MY TAKE
My Take
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The grievances of our police must be heard if we want an effective force

The outpouring of frustration evident in the demonstration over the jailing of seven officers is a warning we cannot ignore

PUBLISHED : Saturday, 25 February, 2017, 1:02am
UPDATED : Saturday, 25 February, 2017, 1:02am

Whatever is your take on the jailing of seven policemen for their part in beating an Occupy protest leader, the unprecedented demonstration this week of 33,000 serving and former officers and their families should be a serious cause for concern.

At a time when social discontent is rising and violent protests are becoming increasingly common, an efficient and disciplined police force is often our last resort.

But widespread frustration and falling morale will only make our officers less productive and more unprofessional. That’s why their sense of grievance against the jailing of their colleagues needs to be properly addressed, not just dismissed or criticised.

More and more young activists and radicals feel they can shout at, and even physically confront, the police with little or no consequence.

Certainly the lenient treatment those Occupy protesters and Mong Kok rioters have received from the courts have given them a sense of impunity.

This feeling of entitlement has been taken to an absurd extreme by people like Ken Tsang Kin-chiu, the seasoned provocateur who was roughed up by the seven officers.

With no evidence, Tsang claimed his case was just the tip of the iceberg and that the police chief should apologise to the public for his beating. But, he himself was hardly the innocent victim, having been jailed for five weeks for assaulting police officers and resisting arrest. He is on bail and has launched an appeal.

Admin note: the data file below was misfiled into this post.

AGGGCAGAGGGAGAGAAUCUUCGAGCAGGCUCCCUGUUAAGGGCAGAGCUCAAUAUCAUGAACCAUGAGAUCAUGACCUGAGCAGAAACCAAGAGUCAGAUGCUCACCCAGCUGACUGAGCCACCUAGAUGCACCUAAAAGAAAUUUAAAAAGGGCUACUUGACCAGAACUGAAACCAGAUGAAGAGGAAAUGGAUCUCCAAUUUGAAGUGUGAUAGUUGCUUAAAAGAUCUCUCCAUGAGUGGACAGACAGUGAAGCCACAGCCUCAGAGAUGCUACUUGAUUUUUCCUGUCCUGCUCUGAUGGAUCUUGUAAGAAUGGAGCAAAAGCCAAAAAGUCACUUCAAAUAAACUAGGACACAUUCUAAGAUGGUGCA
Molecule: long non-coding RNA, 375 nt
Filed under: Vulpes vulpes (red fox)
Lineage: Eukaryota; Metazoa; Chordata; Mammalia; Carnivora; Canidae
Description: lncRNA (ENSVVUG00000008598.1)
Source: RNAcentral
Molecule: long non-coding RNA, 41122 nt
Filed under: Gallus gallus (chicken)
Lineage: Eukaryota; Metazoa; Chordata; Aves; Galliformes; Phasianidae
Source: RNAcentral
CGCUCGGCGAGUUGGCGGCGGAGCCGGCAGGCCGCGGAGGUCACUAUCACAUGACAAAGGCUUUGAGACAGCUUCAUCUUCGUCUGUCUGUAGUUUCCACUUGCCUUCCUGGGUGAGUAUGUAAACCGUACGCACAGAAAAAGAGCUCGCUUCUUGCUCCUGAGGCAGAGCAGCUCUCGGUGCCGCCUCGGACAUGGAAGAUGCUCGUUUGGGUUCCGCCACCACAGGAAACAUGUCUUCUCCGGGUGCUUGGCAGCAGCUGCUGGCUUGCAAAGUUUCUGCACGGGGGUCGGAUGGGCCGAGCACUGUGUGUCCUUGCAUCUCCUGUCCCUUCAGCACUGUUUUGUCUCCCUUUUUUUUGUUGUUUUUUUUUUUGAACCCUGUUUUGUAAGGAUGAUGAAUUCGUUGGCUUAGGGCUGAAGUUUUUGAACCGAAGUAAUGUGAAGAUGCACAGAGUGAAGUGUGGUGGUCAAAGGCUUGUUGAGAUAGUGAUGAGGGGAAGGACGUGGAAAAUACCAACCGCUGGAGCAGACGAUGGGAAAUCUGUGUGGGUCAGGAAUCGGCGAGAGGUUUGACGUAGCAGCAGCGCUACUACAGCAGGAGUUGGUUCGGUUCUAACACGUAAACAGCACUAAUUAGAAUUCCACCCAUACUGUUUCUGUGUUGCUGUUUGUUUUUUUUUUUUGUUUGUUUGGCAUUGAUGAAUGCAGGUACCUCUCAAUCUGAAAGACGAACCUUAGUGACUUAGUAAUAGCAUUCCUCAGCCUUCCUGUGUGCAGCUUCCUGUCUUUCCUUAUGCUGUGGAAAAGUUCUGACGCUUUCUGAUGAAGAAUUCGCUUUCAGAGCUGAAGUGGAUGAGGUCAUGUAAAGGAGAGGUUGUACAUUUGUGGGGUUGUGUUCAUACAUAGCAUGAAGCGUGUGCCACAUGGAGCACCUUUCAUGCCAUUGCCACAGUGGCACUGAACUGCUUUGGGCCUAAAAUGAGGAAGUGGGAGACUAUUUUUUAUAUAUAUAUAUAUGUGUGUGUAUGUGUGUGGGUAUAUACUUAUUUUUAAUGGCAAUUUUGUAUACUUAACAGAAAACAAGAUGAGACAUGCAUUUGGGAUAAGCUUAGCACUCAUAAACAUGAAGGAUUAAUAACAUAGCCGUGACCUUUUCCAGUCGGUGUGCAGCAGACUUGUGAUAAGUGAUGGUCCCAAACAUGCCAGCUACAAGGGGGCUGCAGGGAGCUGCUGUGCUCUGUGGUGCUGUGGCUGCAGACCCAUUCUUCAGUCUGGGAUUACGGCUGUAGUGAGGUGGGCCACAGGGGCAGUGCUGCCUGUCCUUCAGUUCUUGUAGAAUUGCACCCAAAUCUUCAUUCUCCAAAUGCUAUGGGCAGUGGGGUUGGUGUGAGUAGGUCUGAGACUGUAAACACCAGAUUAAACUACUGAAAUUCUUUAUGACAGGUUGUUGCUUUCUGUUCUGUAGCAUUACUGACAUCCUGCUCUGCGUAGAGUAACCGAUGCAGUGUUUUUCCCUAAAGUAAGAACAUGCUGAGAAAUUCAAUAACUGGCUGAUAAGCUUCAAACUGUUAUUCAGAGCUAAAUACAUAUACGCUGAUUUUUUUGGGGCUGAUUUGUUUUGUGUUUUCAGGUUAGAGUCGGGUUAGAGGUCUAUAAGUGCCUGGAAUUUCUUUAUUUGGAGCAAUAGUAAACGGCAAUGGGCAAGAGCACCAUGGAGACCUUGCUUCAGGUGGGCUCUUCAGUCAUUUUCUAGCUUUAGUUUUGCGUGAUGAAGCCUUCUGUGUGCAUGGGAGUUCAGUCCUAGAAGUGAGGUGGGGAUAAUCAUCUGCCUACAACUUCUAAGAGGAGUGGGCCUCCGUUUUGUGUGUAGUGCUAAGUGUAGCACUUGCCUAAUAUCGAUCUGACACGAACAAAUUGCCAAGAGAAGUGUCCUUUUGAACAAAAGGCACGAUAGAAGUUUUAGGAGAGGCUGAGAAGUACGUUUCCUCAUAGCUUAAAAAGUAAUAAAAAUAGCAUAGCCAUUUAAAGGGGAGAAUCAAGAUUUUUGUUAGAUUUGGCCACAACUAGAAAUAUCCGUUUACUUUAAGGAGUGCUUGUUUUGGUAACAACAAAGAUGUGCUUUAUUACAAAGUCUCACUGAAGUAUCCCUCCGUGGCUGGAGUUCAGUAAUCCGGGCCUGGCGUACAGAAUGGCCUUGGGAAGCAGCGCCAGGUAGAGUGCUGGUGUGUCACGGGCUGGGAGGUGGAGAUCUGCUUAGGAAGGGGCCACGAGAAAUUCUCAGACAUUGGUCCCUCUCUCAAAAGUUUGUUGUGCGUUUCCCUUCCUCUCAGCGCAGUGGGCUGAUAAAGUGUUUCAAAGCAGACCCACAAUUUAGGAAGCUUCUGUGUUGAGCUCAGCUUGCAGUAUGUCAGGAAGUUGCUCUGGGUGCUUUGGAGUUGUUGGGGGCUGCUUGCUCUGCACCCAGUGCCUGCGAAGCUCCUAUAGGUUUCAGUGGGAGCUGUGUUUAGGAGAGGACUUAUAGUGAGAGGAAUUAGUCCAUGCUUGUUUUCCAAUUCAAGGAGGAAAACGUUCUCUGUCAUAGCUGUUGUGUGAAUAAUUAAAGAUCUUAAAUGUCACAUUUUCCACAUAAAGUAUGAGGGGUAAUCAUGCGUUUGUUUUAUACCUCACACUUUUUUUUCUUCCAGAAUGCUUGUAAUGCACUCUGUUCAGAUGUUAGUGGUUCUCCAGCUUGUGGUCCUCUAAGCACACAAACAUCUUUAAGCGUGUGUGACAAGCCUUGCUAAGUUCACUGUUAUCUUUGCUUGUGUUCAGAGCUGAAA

Insiders worry as anger at officers’ jailing for Ken Tsang beating spreads through Hong Kong police

The massive show of support in this week’s demonstration by the police should put these arrogant and self-righteous people on notice.

They should know that even a highly trained and professional force like the city’s police have a breaking point.

Increasingly, police officers feel they are being targeted or criticised for whatever they do or don’t do. They think they are in a no-win situation, and can only take the abuses as they come without recourse.

That’s the main reason why some are agitating for criminalising abusive behaviour against police.

Far from being wrong in showing support for his force, police chief Stephen Lo Wai-chung is actually not doing enough. He must show he is 100 per cent behind his officers; likewise, the chief executive and the secretary for security.

If we want a professional and competent police force, they must know they have the full support of law-abiding citizens.